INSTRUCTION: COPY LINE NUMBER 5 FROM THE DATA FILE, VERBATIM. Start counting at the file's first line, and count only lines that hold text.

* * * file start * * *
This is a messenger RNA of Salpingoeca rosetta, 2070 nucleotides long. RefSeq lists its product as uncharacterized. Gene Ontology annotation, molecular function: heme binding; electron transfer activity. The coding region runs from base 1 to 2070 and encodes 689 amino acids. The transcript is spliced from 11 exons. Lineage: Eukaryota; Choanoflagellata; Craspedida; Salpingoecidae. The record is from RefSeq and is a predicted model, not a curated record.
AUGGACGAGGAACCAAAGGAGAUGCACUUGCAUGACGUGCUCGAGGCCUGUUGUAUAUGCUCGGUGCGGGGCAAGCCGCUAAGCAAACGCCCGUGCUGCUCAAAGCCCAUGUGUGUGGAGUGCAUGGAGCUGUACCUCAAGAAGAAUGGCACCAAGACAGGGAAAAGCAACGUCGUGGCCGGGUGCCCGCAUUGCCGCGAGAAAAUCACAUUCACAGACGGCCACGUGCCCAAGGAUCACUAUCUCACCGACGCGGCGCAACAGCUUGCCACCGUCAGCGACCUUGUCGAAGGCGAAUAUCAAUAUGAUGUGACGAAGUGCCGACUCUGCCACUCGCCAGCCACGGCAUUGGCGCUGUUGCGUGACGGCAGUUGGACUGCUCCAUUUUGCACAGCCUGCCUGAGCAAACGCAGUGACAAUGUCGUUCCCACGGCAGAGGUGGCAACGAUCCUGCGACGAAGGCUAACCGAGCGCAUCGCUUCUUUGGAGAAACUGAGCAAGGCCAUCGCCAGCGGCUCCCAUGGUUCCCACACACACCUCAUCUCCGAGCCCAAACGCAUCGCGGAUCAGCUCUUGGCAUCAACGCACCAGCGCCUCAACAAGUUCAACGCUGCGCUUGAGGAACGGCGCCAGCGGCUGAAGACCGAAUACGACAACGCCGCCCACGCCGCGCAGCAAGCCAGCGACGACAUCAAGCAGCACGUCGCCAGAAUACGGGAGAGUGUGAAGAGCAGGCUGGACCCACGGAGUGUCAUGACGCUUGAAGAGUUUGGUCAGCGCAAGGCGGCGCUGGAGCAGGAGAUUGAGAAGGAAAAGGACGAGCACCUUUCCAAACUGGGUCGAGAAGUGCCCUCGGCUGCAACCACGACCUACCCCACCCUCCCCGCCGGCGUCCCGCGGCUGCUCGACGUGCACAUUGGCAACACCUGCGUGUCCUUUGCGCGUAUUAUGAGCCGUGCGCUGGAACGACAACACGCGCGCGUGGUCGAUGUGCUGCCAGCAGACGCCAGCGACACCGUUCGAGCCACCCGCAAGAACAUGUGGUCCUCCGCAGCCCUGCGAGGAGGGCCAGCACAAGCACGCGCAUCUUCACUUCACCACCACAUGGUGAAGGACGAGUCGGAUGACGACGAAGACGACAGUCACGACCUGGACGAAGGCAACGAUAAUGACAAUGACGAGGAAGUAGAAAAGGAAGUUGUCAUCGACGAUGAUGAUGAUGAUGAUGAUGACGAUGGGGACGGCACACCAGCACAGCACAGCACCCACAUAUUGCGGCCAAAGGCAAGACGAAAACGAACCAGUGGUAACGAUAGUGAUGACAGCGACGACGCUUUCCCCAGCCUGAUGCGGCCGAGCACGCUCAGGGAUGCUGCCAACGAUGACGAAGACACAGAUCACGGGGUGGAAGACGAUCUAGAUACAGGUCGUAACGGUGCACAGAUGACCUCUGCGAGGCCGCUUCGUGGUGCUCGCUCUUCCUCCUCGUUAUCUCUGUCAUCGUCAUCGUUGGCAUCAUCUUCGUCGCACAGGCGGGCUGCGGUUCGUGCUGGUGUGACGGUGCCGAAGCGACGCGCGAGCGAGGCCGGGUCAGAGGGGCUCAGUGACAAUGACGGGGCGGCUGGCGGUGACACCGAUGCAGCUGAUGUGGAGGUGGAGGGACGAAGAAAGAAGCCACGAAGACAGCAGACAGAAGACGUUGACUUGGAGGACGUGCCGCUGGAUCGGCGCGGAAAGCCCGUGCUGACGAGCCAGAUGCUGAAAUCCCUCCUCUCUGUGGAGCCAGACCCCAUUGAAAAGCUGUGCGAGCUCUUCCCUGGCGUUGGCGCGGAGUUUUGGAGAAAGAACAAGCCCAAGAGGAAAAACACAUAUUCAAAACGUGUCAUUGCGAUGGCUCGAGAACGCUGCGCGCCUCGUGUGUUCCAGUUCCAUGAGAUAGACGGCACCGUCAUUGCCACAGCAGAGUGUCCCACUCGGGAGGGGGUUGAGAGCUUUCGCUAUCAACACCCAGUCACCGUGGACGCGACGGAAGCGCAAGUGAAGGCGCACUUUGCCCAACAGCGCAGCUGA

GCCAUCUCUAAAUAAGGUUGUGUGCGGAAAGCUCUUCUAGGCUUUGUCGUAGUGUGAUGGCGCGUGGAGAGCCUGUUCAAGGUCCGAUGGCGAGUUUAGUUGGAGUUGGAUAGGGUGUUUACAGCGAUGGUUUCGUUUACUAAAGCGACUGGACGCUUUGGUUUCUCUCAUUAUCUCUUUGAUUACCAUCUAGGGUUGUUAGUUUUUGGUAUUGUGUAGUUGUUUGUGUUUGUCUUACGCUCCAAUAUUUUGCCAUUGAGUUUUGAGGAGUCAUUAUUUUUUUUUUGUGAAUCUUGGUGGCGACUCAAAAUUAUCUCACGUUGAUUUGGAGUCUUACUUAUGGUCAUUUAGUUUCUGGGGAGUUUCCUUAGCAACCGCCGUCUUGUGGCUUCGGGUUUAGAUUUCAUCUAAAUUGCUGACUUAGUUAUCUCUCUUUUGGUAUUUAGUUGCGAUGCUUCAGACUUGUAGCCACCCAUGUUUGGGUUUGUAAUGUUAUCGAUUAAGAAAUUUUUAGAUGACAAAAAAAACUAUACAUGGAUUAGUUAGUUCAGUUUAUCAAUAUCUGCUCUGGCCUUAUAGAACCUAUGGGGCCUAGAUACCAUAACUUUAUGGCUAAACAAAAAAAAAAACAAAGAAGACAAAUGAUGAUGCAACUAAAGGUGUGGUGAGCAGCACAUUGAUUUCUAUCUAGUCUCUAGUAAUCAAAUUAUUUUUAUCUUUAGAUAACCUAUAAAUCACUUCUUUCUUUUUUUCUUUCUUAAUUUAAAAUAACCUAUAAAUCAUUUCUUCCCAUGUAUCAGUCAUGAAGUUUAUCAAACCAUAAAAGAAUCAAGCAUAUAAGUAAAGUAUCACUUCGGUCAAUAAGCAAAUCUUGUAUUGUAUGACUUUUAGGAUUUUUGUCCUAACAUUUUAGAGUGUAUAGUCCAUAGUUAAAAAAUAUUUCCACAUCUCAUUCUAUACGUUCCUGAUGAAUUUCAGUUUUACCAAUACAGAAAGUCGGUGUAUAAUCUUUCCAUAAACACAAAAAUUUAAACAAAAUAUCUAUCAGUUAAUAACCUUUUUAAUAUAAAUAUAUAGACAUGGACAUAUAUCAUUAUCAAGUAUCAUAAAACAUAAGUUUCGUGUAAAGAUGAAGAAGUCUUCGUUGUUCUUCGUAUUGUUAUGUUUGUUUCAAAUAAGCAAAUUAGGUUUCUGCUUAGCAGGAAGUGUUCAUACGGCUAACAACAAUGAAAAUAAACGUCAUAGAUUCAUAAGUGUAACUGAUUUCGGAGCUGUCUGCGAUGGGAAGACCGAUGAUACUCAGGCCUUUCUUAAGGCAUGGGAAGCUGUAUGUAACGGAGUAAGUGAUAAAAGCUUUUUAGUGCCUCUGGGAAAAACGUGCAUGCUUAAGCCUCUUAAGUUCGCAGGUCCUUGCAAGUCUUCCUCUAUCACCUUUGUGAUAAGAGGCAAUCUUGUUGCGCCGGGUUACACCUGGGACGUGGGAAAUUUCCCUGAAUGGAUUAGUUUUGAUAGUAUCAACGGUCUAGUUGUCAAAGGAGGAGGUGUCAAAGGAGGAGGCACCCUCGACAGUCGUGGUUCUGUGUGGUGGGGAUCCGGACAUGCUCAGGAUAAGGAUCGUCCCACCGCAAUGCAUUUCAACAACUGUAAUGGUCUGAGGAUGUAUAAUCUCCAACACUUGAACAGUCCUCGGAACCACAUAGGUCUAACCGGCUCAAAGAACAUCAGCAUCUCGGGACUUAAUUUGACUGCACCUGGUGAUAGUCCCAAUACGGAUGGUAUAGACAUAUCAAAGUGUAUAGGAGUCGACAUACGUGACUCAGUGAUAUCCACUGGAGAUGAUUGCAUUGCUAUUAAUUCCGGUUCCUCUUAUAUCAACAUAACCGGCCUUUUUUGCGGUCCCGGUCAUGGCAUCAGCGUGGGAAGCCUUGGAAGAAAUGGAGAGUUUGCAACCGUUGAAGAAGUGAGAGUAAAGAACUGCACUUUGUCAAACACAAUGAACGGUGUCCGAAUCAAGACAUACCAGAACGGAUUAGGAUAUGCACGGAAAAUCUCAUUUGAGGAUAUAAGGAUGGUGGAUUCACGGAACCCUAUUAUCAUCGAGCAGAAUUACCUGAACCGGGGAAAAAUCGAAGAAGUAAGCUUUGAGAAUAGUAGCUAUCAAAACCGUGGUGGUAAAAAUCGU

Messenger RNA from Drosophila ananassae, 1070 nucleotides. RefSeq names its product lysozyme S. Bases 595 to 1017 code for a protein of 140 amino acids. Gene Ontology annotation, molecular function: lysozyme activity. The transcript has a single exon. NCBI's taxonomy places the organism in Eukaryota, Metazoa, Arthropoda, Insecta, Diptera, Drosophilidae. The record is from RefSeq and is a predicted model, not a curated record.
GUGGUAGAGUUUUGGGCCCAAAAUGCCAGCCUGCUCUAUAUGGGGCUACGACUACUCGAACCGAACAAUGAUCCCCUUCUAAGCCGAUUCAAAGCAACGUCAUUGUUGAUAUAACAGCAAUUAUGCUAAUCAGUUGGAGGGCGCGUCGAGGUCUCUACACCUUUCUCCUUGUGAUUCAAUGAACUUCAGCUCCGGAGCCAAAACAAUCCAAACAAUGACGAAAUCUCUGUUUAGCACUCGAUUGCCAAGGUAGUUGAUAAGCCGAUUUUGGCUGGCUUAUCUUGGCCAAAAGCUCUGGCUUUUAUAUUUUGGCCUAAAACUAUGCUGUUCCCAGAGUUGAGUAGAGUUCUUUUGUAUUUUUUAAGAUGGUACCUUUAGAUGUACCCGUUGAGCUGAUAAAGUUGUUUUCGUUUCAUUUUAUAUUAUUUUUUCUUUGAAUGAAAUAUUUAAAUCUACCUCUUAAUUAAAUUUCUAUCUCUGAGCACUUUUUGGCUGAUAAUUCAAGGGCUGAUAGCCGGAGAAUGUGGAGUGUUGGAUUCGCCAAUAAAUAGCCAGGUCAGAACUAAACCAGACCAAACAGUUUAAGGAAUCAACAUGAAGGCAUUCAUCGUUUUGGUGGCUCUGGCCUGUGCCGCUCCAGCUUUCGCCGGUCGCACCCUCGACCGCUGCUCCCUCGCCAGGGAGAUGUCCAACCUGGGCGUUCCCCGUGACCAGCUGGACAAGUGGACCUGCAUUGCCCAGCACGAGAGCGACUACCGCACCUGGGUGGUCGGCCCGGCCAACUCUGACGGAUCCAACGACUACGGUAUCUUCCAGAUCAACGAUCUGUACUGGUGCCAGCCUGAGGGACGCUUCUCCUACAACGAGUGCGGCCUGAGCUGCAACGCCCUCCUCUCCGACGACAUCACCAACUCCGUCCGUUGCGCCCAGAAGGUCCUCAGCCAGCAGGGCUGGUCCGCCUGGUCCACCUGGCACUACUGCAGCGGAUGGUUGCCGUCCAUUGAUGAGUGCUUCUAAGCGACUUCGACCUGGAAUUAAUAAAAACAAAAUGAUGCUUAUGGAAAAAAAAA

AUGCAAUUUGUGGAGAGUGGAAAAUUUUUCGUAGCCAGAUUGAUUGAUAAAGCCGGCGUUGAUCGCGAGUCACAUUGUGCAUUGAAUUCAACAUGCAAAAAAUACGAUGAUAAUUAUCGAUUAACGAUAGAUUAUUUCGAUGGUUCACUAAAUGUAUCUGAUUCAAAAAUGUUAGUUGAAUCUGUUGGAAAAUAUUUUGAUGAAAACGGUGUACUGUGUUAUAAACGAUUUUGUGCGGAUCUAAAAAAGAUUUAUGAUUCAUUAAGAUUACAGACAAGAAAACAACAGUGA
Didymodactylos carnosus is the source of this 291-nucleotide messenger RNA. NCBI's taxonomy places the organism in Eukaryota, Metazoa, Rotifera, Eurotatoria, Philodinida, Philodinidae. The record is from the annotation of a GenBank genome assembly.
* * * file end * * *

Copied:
GUGGUAGAGUUUUGGGCCCAAAAUGCCAGCCUGCUCUAUAUGGGGCUACGACUACUCGAACCGAACAAUGAUCCCCUUCUAAGCCGAUUCAAAGCAACGUCAUUGUUGAUAUAACAGCAAUUAUGCUAAUCAGUUGGAGGGCGCGUCGAGGUCUCUACACCUUUCUCCUUGUGAUUCAAUGAACUUCAGCUCCGGAGCCAAAACAAUCCAAACAAUGACGAAAUCUCUGUUUAGCACUCGAUUGCCAAGGUAGUUGAUAAGCCGAUUUUGGCUGGCUUAUCUUGGCCAAAAGCUCUGGCUUUUAUAUUUUGGCCUAAAACUAUGCUGUUCCCAGAGUUGAGUAGAGUUCUUUUGUAUUUUUUAAGAUGGUACCUUUAGAUGUACCCGUUGAGCUGAUAAAGUUGUUUUCGUUUCAUUUUAUAUUAUUUUUUCUUUGAAUGAAAUAUUUAAAUCUACCUCUUAAUUAAAUUUCUAUCUCUGAGCACUUUUUGGCUGAUAAUUCAAGGGCUGAUAGCCGGAGAAUGUGGAGUGUUGGAUUCGCCAAUAAAUAGCCAGGUCAGAACUAAACCAGACCAAACAGUUUAAGGAAUCAACAUGAAGGCAUUCAUCGUUUUGGUGGCUCUGGCCUGUGCCGCUCCAGCUUUCGCCGGUCGCACCCUCGACCGCUGCUCCCUCGCCAGGGAGAUGUCCAACCUGGGCGUUCCCCGUGACCAGCUGGACAAGUGGACCUGCAUUGCCCAGCACGAGAGCGACUACCGCACCUGGGUGGUCGGCCCGGCCAACUCUGACGGAUCCAACGACUACGGUAUCUUCCAGAUCAACGAUCUGUACUGGUGCCAGCCUGAGGGACGCUUCUCCUACAACGAGUGCGGCCUGAGCUGCAACGCCCUCCUCUCCGACGACAUCACCAACUCCGUCCGUUGCGCCCAGAAGGUCCUCAGCCAGCAGGGCUGGUCCGCCUGGUCCACCUGGCACUACUGCAGCGGAUGGUUGCCGUCCAUUGAUGAGUGCUUCUAAGCGACUUCGACCUGGAAUUAAUAAAAACAAAAUGAUGCUUAUGGAAAAAAAAA